“I lost my Mother, my uncle and his wife at the beginning of the war in 1993. All three of them were murdered by some people from our own quarter, people whom we knew well. Then Father took our orphaned cousins to live with us. There were fourteen of us altogether and Father never showed any partiality towards any one.
In order to keep us together Father decided not to remarry. Being the oldest, I helped him out because the smaller children were feeling their mother’s absence. To my proposals that we seek justice against those who had killed our relatives, Father always helped us to forgive, explaining to us the significance of reconciliation.
He suggested to my brothers that they start a “club”, an association for young people that would promote peace and reconciliation. This club contributed to returning peace to people’s spirits in our Commune.
I live in Italy now. When spring arrived, I received news that he had been admitted to hospital, and I had the idea of writing to a few friends asking for their prayers. Then he was transferred to the intensive care unit, and I rushed back to Burundi, I found him suffering greatly. My brothers and sisters were doing everything they could for him. I thought about all the love he had for his children, the love that he showed to so many others, including those who had murdered our relatives. I remembered the Word of Life we were living: “For to those who have, more will be given, and they will have an abundance; but from those who have nothing, even what they have will be taken away” (Mt. 13:12). And I remembered Jesus on the Cross.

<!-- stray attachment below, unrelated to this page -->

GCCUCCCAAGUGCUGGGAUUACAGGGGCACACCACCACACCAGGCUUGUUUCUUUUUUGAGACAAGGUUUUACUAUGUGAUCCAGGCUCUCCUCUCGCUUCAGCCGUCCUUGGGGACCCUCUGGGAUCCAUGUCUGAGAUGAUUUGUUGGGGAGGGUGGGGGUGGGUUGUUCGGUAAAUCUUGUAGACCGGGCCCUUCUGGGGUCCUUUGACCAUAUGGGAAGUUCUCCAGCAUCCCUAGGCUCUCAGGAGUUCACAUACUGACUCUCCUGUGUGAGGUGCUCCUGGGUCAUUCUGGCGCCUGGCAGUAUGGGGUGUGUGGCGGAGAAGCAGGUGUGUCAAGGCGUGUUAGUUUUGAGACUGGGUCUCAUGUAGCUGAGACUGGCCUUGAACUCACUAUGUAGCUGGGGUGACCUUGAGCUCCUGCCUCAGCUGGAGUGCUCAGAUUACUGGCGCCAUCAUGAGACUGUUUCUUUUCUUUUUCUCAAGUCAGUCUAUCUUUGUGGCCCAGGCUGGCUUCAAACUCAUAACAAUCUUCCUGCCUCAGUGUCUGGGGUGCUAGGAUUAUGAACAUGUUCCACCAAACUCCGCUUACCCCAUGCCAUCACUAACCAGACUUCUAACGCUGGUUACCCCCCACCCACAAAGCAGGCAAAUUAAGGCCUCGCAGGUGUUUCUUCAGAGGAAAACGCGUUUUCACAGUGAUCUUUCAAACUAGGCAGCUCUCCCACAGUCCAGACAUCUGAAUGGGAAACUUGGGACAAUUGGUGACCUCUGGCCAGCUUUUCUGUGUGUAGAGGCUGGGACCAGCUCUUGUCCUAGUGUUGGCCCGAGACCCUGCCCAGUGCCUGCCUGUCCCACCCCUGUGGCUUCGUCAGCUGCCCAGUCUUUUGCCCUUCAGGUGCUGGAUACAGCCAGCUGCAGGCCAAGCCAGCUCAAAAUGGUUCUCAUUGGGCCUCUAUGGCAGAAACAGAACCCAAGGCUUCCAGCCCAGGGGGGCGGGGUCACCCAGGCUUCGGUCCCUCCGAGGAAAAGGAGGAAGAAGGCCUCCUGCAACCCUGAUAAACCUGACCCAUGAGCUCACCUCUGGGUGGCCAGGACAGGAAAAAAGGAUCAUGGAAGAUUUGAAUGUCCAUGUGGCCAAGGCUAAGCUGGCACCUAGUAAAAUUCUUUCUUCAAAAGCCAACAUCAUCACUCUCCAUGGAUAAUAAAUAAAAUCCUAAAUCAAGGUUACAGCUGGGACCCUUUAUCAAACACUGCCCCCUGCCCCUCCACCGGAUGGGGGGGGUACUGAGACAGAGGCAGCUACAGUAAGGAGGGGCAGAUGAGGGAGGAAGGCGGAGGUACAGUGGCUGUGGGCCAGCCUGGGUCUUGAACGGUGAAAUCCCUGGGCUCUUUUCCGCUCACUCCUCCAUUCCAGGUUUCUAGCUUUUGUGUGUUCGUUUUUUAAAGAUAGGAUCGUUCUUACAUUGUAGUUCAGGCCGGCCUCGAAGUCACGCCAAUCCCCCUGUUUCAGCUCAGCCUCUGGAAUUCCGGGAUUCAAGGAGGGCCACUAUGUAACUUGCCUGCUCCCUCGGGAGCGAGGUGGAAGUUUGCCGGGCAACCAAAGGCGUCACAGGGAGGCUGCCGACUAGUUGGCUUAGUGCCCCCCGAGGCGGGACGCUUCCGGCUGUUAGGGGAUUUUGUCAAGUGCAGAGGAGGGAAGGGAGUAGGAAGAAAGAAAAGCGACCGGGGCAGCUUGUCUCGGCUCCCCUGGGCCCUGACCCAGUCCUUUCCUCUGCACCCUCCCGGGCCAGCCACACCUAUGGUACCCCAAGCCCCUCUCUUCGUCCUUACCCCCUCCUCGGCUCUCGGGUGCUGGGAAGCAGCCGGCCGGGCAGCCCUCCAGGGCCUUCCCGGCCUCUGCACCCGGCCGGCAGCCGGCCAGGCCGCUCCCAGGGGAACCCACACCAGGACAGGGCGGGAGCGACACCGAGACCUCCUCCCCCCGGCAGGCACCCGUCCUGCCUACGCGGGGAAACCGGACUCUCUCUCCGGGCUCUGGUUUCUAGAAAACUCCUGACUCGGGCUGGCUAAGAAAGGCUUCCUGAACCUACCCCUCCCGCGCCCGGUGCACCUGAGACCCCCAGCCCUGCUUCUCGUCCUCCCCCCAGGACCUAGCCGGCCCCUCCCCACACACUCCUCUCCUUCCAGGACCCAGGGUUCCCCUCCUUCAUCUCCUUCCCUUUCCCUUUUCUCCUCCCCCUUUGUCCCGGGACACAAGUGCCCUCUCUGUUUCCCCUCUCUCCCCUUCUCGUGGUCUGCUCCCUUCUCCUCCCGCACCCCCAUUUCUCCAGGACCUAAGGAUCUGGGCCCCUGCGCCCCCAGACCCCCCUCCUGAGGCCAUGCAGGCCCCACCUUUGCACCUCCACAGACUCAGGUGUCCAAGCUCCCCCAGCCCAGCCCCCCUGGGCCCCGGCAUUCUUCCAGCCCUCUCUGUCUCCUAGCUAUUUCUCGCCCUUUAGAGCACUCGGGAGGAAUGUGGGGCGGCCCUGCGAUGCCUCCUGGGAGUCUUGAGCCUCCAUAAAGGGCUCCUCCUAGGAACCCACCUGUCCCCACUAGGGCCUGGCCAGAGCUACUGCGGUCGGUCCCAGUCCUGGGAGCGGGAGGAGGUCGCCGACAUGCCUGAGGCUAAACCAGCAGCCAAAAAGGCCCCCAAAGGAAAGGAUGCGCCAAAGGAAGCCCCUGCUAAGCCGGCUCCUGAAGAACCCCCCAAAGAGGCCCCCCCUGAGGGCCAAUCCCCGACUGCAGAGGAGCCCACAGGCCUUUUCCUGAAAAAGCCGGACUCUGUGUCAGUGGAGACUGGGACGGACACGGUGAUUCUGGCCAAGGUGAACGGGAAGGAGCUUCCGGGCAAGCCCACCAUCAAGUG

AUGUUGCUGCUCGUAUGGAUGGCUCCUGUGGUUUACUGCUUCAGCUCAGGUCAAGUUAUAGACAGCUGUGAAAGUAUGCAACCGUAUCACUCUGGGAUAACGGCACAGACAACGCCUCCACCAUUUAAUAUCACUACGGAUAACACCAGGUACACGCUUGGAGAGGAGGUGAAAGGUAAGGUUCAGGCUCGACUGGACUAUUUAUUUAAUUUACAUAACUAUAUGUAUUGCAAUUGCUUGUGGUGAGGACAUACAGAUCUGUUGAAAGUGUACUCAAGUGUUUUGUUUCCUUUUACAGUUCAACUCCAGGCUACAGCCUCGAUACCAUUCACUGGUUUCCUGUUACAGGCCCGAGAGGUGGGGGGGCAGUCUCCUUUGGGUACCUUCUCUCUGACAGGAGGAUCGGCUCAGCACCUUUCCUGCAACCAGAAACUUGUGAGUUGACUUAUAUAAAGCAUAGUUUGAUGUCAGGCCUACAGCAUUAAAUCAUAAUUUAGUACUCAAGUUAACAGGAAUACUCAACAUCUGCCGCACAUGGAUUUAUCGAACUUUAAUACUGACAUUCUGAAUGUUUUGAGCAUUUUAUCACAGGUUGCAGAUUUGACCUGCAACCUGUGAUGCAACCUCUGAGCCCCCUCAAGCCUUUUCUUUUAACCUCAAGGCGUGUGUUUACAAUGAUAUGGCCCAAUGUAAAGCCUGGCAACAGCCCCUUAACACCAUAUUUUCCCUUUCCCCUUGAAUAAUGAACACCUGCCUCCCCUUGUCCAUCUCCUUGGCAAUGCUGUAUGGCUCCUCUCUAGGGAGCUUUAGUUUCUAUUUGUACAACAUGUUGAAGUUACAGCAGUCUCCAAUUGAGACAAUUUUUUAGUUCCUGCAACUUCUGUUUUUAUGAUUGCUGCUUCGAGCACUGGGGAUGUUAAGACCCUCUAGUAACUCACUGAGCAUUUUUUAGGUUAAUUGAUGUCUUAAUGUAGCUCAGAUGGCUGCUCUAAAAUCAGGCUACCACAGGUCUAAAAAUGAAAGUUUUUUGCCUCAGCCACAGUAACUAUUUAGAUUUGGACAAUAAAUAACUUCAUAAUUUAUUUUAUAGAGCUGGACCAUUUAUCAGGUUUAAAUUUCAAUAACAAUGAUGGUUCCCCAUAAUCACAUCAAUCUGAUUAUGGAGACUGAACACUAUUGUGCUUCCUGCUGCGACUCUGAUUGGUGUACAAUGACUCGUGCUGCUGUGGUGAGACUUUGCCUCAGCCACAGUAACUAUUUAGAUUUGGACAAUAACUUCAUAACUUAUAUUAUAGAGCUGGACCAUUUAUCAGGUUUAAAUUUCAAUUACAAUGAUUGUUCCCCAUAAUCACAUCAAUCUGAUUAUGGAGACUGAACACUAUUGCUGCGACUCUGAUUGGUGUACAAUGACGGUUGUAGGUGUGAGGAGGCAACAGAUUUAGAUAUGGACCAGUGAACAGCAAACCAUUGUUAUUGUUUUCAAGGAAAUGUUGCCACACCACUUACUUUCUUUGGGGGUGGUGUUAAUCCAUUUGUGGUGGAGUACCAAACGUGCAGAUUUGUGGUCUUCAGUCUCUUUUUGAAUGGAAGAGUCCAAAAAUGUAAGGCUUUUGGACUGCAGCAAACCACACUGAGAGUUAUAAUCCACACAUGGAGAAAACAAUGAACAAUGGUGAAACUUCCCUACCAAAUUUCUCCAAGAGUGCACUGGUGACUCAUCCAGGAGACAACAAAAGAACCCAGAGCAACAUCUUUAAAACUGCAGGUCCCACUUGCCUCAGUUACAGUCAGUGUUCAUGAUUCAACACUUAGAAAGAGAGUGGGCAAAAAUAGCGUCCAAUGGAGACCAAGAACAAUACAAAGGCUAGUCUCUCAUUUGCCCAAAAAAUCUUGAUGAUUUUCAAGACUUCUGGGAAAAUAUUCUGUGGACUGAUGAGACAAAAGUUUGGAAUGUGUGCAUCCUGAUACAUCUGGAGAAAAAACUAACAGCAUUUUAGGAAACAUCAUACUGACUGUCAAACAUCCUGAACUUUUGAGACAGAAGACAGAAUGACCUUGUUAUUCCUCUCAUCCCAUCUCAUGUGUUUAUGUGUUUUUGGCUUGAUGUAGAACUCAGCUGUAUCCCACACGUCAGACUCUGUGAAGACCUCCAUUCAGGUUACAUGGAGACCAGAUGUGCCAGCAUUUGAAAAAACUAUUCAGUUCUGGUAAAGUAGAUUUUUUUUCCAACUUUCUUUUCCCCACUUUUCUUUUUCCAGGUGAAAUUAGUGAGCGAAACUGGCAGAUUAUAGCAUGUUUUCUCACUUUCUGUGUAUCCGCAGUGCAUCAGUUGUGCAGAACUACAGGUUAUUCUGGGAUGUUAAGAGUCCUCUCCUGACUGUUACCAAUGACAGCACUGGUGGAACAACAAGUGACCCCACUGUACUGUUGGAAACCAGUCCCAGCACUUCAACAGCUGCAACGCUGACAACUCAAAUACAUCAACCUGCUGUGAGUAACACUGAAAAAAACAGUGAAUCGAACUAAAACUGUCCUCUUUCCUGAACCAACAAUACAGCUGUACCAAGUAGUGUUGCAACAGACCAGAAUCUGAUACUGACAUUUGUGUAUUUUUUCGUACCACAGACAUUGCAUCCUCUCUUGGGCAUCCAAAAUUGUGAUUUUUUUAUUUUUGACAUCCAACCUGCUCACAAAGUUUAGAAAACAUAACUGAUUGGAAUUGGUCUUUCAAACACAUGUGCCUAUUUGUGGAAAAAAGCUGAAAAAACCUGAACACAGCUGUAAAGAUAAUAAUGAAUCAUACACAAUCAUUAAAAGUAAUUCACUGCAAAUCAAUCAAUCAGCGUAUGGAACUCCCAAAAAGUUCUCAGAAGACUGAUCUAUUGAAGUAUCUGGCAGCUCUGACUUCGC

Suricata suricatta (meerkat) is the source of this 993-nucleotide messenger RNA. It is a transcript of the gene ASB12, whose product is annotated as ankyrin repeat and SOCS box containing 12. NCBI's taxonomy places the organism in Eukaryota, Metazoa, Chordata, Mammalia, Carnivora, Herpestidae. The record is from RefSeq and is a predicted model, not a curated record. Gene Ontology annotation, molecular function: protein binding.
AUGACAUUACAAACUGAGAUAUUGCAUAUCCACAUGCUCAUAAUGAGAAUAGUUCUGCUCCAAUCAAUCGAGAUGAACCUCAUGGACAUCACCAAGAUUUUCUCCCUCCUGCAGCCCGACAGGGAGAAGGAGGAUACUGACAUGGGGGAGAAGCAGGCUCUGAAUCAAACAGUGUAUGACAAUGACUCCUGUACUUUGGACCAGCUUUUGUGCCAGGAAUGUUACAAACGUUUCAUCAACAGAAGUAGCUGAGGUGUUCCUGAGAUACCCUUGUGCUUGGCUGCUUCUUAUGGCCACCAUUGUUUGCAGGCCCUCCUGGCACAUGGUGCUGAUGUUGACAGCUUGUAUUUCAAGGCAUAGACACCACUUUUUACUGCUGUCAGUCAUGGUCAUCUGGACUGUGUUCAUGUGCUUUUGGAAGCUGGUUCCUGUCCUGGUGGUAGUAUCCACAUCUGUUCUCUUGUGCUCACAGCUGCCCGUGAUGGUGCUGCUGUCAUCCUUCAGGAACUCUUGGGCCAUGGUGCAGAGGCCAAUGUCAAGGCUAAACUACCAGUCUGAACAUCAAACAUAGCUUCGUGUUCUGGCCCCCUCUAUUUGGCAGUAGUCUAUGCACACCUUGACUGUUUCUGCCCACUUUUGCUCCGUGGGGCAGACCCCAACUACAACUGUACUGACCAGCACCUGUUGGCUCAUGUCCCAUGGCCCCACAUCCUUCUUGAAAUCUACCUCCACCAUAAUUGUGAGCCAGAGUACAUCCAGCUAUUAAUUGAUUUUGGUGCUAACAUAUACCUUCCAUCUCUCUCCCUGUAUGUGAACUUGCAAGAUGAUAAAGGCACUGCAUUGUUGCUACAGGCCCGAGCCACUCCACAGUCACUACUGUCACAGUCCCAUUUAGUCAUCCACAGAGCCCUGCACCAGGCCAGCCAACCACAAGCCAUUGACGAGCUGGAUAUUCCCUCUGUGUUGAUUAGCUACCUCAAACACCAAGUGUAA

On the day following my arrival Dad departed peacefully for Heaven. It was as if he had been waiting for me. Later as I was pondering over the words that the Archbishop had spoken during my father’s funeral – in which he recalled their conversations about reconciliation and peace – it was confirmed to me, as Chiara Lubich reminded us, that Heaven is a home we will live in up there, but that we build here on earth.”